Track and Field (or Athletics) has been around for over 100 years, and I think all coaches have an arsenal of favorite workouts to prescribe to our athletes. These workouts are usually backed by sports science, and they work on specific energy systems, such as speed, speed endurance, or endurance sessions. (We also have weight training for strength training, but that’s another story).
For example, a good workout to develop speed (> 7 second sprint) is 2-3 sets of 4 x 30 meters with full recovery (walk back to the blocks, about 4-5 minutes).
40 years ago, we only had access to analog stopwatches, which worked fairly well, because you can’t improve what you don’t measure.
Now that Electronic Timing and smartphones apps has hit the consumer or prosumer market, we now have access to more accurate timing systems.
And thus, our workouts can now change with the use of technology. Gone are the days of prescribing a standard 10x50m, for example.
If you’ve read my Blog for a while, you know I am an advocate of Freelap Timing Systems, but for the purpose of this article, ANY electronic timing system will work. So here are sample workouts using electronic timing that can bring fresh ideas to your arsenal of workouts.
After Max Velocity, it’s all downhill
If you measure some fly sprint times (i.e. running start, no blocks), say 30m, 60m, 100m, 150m & 300m, and plot those data points, you will see an exponential curve that has common properties for ALL athletes, from over-the-hill Jimson Lee to Usain Bolt. The times are different (obviously!) but the curve is consistent which means you can calculate any other point on the curve for that athlete with relatively high accuracy.
I’ll show some examples using this Freelap Sprint Calculator:
Please see the user guide for more info (I discuss some features later in this article):
If I do a time trial of 30m and a 300m, then I can calculate what my 60m time would be. Great info, but what can I do with this?
Here is the difference. With the INTERVENTION calculator (under Preferences… Intervention), I can add 5% to that time, and make this a speed endurance workout consisting of:
N x 60m flys where N is the number of runs under the 5% “intervention”.
i.e. 30m fly time trial in 3.49 sec
300m fly time trial in 39.20 sec
Predicted 60m time trial in 7.08, and 5% intervention in 7.43
So the athlete would probably run at least four 60m fly sprints with full recovery under 7.43 sec. If the 5th run is over 7.43 seconds, stop the workout.
This kind of training would benefit a Masters sprinter, as quality low-volume sprints are the key to success, instead of higher volume workouts (and lesser quality) that can leave you injured. Because we know once you are injured, the season is literally over.
Workout #2 – Using Non-Standard distances
One of the key benefits from the Freelap Sprint Calculator is the ability to enter non-standard distances, like distances from hurdle markers.
There is no 40m or 50m mark on the track, but you can easily use the hurdle marks. (i.e. Men’ 5th hurdle is 50.28m or women’s 4th hurdle is 38.5m) There is no need for the measuring wheel, which is a time saver.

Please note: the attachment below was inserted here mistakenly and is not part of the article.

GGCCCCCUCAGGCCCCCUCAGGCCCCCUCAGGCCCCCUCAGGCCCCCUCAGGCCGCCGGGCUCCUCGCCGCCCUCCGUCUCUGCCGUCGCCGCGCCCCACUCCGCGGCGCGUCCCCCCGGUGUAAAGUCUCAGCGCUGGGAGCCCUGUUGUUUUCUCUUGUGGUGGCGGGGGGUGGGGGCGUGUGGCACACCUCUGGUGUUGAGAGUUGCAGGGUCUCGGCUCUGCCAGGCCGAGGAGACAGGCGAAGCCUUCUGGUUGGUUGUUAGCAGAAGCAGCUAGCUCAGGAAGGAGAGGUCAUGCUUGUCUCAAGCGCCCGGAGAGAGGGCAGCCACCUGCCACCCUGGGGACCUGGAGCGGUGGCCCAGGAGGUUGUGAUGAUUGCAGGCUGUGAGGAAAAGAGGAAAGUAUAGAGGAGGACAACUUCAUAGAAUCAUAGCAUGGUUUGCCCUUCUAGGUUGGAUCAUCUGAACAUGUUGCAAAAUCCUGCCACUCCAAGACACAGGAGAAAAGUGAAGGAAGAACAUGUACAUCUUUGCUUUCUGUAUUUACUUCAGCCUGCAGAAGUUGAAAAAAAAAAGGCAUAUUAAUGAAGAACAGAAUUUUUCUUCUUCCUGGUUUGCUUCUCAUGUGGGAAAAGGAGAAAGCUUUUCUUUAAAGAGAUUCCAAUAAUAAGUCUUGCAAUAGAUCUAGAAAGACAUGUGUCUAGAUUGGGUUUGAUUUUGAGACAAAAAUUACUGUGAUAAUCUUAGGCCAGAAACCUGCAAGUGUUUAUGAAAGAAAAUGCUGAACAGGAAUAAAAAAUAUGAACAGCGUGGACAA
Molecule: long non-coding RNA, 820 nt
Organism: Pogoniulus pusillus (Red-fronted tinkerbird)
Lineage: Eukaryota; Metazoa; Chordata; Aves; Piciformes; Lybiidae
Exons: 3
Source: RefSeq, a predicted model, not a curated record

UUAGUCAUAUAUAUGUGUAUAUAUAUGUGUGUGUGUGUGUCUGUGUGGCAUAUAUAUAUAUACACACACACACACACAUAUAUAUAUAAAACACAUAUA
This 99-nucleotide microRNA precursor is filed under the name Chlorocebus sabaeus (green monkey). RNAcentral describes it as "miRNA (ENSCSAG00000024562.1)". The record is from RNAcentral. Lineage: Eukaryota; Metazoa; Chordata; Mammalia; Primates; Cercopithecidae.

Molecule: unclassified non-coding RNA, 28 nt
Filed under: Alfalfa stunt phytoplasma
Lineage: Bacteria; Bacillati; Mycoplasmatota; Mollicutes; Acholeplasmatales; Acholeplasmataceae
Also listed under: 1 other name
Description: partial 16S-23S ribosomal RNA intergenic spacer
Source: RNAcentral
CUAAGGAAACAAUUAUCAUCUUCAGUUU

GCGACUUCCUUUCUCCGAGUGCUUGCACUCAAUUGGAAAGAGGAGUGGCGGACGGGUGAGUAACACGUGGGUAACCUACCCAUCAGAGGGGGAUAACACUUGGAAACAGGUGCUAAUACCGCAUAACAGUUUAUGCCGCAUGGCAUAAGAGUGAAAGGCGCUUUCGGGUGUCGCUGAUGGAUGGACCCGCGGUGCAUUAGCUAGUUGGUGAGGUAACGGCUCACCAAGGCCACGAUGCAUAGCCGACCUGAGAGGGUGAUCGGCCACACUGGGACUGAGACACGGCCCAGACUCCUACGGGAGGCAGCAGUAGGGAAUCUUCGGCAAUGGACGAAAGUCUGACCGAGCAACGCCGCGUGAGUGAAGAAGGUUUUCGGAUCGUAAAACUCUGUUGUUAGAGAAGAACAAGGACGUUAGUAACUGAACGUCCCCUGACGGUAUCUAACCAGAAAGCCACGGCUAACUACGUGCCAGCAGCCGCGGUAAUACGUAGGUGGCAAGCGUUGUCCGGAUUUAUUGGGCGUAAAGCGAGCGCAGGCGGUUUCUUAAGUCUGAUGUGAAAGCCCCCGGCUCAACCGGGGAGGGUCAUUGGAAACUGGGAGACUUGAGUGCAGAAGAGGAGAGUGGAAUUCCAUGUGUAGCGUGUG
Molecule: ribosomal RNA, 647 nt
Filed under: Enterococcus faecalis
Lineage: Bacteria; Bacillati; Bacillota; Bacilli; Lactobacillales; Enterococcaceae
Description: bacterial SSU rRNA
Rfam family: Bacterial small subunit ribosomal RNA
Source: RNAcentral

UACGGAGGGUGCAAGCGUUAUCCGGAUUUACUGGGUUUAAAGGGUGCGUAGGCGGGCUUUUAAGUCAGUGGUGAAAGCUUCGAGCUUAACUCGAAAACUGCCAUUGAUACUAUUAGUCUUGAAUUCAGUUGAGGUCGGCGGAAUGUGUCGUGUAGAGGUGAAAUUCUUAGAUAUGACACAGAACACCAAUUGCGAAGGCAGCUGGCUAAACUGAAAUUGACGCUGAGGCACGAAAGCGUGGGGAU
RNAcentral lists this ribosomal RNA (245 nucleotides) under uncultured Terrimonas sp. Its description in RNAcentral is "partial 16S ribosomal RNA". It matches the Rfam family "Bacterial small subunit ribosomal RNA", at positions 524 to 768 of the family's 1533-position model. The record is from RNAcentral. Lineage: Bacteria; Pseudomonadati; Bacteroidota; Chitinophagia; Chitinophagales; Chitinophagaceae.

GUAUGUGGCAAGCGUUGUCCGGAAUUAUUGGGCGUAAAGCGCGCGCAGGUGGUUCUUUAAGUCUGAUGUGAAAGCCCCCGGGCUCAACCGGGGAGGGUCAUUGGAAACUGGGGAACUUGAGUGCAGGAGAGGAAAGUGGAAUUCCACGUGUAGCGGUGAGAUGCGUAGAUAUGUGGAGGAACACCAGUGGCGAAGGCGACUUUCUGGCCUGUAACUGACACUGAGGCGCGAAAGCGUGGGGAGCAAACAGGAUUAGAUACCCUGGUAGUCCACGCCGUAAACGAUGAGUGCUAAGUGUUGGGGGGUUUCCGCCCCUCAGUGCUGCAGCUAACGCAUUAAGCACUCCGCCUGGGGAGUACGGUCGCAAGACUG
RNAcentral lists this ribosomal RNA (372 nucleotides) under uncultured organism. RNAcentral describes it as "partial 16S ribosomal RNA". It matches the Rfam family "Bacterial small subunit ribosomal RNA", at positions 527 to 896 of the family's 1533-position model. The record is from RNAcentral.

There is no reason to use fixed distances in multiples of 5 or 10 meters! The calculator adjusts automatically.
Workout #3 – Improvement Predictor
Using the previous example:
i.e. 30m fly time trial in 3.49 sec
300m fly time trial in 39.20
If the 30m fly time improves to 3.39 (one-tenth faster), the 300m should improve to 38.33, without having to re-test the 300m time trial.
This is great if you do a speed session on a Monday or Tuesday, before a meet on the weekend, using those meets to get “race ready” for the big meet down the road. And you don’t have to use 30m as a test, you can do 25 or 35m, or any short distance.
This improvement predictor is also handy to see what kind of speed you need to break 50 sec for 400m, for example.
Workout #4 – Adjustment for Blocks
You can adjust for blocks by using the block factor (under Preferences.. Block Conversions). For elite sprinters, that may be 1.0 hand time (see my article on Valery Borzov) but realistically it’s more like 1.10 to 1.15 depending on the athlete. The program uses 1.17 by default but you can change that.
As I mentioned earlier, this is handy if you just tested a 30m fly (or any short distance) on Monday, and he sets a PB for 100 or 200m with blocks on the weekend in a competition. With these 2 times (30m fly, 200m blocks), the curve changes and adjusts for next session the following week.
Workout #5 – Accurately Time your 40 sec Run
I love the 40 second run (or 2 sets of 40 seconds with full recovery) but the distance varies from 300m in Youth/Masters, to 350m in Elite athletes.
Let’s say I have an athlete who can run “about 317 meters” in 40 seconds. I place the Freelap TX Junior transmitter at 317 meters (the 310m mark is well marked from the relay zone). If the athlete runs 39.76 seconds, then:
317 meters * (40 seconds / 39.76 seconds) = 318.91 meters
If the athlete runs 40.31 seconds, then:
317 meters * (40 seconds / 40.31 seconds) = 314.56 meters
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